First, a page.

My heart stopped beating.
Had there been an ambulance available, I believe the paramedic would have pronounced me clinically dead-no heartbeat, no pulse, no breath. Just stunned and blue-lipped.
Fortunately Morgan jolted me back to life with her telltale candor. "You've got to be kidding me," my agent said with her melodic New York brassiness. "Haven't you heard the buzz about Chocolate? That manuscript has been generating more chatter than The Da Vinci Code." A stretch, I know, but you gotta love Morgan for defending me.
"Popularity with editors is nice, but it doesn't guarantee a bestseller," he argued, "and this chocolate story doesn't fit into our publishing program. It doesn't speak to our market."
"Okay," Morgan said. "If you're sure you don't want to publish it, we'll take it elsewhere. Ellen Engle at Mission Books is in love with it, and Simon and-"
"It's not that simple," Oscar interrupted. "We don't want Chocolate to be published. Not by us or any of our competitors."
One of Morgan's brows arched as she murmured a restrained: "Remember the Stones's song, Oscar? You can't always get what you want."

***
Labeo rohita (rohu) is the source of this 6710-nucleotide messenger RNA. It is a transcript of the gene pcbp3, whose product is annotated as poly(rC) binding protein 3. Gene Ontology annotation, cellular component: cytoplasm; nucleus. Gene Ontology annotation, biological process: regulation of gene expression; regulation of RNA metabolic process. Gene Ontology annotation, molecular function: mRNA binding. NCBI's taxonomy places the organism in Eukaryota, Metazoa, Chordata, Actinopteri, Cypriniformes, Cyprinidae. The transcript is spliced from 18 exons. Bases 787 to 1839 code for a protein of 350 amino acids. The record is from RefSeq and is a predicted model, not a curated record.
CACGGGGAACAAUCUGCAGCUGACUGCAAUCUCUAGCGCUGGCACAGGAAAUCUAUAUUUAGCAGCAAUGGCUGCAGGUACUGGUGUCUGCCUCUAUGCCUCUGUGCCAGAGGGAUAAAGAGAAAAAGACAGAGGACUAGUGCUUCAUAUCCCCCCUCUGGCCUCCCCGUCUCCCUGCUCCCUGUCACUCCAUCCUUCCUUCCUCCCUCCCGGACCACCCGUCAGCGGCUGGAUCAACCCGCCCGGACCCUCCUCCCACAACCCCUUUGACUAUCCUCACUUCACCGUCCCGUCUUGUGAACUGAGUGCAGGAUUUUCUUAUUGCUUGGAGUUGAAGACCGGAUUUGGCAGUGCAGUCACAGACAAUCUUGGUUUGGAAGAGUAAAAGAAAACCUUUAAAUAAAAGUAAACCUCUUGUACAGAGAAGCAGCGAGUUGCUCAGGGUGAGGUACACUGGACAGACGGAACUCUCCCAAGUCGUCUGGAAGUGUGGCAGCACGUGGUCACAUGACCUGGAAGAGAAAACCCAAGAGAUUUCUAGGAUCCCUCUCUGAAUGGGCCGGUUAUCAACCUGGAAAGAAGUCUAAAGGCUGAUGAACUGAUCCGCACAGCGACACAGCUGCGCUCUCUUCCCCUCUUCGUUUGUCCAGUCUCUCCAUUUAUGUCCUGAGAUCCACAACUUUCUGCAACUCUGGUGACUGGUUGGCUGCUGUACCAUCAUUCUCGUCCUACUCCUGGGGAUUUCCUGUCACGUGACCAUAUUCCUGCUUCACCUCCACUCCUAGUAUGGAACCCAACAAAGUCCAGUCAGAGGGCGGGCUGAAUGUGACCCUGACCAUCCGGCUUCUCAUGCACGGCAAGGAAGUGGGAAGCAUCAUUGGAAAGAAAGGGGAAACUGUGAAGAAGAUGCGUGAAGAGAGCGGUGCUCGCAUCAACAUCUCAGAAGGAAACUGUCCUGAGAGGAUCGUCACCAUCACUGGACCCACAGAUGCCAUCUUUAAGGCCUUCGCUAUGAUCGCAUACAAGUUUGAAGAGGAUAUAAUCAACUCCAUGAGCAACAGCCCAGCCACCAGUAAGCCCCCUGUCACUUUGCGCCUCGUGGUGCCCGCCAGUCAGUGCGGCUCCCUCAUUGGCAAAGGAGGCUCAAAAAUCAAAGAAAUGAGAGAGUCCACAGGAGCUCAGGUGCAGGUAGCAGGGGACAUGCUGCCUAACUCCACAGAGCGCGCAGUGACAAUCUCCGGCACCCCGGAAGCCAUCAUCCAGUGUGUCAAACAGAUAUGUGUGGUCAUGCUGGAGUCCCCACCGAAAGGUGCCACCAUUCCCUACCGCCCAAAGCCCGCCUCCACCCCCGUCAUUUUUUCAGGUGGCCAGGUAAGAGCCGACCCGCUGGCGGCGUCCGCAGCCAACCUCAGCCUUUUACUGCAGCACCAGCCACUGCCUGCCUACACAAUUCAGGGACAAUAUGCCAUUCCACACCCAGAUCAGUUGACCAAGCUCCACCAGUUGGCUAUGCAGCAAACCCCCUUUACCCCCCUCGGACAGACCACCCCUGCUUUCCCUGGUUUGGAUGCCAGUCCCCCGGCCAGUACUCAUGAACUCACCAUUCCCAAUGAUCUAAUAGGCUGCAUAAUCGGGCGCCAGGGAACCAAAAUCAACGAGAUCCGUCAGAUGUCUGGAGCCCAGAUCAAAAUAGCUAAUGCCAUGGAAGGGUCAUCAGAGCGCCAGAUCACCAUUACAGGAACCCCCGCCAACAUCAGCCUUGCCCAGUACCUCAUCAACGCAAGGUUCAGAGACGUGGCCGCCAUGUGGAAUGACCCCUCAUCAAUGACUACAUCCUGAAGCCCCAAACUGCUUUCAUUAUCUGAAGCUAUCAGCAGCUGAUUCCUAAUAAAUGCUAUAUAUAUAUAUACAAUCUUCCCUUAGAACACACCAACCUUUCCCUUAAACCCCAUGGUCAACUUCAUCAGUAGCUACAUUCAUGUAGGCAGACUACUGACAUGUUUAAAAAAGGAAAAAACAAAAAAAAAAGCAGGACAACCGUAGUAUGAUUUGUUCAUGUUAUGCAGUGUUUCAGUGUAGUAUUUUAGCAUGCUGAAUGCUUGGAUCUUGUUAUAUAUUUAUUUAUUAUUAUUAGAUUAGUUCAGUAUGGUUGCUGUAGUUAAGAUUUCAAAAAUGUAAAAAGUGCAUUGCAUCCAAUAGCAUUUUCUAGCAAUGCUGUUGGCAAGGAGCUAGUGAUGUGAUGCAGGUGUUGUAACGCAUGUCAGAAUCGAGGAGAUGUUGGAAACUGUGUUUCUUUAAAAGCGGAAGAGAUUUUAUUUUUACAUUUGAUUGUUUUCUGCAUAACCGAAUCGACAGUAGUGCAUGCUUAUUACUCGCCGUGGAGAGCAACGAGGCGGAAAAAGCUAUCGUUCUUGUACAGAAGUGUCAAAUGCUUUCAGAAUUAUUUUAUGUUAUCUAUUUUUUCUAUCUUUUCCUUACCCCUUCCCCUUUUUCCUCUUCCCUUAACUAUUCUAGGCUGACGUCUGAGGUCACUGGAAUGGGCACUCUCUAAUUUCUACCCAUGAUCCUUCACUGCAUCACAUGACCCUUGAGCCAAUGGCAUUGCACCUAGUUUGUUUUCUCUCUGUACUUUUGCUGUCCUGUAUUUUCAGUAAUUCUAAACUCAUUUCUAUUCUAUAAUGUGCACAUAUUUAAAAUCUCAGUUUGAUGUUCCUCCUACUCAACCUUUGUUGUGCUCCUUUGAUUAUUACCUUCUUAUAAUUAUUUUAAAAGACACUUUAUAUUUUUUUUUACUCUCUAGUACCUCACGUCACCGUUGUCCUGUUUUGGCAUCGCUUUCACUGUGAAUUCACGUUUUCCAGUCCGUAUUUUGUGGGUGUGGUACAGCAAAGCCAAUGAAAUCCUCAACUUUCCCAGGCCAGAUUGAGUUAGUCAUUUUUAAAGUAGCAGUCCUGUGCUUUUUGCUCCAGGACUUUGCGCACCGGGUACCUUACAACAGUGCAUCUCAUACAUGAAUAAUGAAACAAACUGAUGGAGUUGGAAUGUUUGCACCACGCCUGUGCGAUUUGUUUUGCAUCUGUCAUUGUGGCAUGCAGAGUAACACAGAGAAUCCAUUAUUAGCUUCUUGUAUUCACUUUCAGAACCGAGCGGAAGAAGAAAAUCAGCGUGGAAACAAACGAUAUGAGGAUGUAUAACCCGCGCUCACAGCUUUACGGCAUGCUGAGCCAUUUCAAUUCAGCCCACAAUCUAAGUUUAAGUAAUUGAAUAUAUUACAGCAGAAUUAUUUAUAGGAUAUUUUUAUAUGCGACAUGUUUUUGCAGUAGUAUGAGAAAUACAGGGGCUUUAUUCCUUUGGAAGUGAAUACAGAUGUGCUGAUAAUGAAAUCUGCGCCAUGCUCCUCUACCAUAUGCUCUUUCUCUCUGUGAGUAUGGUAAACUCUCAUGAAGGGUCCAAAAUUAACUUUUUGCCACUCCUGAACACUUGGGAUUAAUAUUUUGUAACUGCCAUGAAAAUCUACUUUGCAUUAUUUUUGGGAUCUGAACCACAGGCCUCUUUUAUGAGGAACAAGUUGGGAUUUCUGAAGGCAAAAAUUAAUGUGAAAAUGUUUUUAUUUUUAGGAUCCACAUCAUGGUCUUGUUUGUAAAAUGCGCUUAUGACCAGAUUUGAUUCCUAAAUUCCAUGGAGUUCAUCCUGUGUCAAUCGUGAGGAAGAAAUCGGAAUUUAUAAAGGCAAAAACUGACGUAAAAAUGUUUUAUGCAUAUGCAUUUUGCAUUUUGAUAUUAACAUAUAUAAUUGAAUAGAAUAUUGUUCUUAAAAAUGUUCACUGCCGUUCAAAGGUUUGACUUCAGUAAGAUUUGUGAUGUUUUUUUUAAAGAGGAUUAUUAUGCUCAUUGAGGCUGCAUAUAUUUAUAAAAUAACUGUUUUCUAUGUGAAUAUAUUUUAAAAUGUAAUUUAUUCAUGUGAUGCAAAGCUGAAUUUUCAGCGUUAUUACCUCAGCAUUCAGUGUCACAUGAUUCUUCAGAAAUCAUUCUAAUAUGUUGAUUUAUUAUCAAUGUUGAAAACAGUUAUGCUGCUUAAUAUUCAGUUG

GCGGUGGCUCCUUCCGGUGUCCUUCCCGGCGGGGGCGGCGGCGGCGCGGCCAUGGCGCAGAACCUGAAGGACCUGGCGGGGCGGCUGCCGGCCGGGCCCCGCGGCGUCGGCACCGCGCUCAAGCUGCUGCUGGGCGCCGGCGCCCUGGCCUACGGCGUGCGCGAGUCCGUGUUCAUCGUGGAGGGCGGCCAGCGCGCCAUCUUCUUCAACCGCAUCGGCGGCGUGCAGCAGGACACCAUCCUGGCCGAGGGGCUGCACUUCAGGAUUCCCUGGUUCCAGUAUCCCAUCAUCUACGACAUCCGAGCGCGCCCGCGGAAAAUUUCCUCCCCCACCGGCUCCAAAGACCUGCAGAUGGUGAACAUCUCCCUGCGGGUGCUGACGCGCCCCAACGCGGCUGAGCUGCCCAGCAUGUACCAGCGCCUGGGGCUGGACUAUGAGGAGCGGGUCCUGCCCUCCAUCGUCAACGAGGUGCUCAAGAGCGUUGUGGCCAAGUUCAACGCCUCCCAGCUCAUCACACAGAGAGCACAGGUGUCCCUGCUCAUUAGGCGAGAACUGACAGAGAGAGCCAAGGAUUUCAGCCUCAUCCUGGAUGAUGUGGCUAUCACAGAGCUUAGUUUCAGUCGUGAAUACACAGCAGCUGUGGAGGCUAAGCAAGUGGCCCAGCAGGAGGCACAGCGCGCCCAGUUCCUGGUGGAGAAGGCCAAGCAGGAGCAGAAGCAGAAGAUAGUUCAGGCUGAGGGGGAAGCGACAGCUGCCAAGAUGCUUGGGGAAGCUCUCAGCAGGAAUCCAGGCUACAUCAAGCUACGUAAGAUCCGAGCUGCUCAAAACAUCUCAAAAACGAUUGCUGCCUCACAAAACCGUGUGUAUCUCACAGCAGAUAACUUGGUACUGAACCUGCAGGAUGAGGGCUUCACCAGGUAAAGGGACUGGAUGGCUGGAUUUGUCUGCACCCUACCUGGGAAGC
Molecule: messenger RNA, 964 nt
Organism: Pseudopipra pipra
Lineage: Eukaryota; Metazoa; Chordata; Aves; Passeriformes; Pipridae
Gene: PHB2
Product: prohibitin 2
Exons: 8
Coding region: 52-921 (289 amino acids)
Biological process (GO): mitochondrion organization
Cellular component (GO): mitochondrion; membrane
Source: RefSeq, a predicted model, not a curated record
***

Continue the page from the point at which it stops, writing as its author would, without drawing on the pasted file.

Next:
"I never liked that song." He leaned over the table for emphasis. "And I know how to get what I want, Ms. O'Malley. When people don't cooperate, I fire them."
Morgan shot me a cross look. "Aren't we lucky that we don't work for Oscar?"
I shrugged, in a near panic, wanting to remind her that, while I might not be on the full-time payroll, Hearts and Flowers was my bread and butter. They paid for my life: everything from lattes to my son's Pull-Ups, to my daughters' juice boxes to my car and its ridiculously high-priced New York insurance. I needed them.
Morgan leaned over the table, as if ready to share a secret with Oscar. "This is Ruby Dixon we're talking about." Morgan pressed her finger onto the white linen tablecloth, jabbing the point home. "A strong track record, a broad fan base. She's never missed a deadline and we know she outsells every other romance published in her month."
"We're delighted to have Ruby Dixon on our list. We'd like to keep her. Writing short romances."
"She needs to grow," Morgan said. "Show us that you want to grow with her."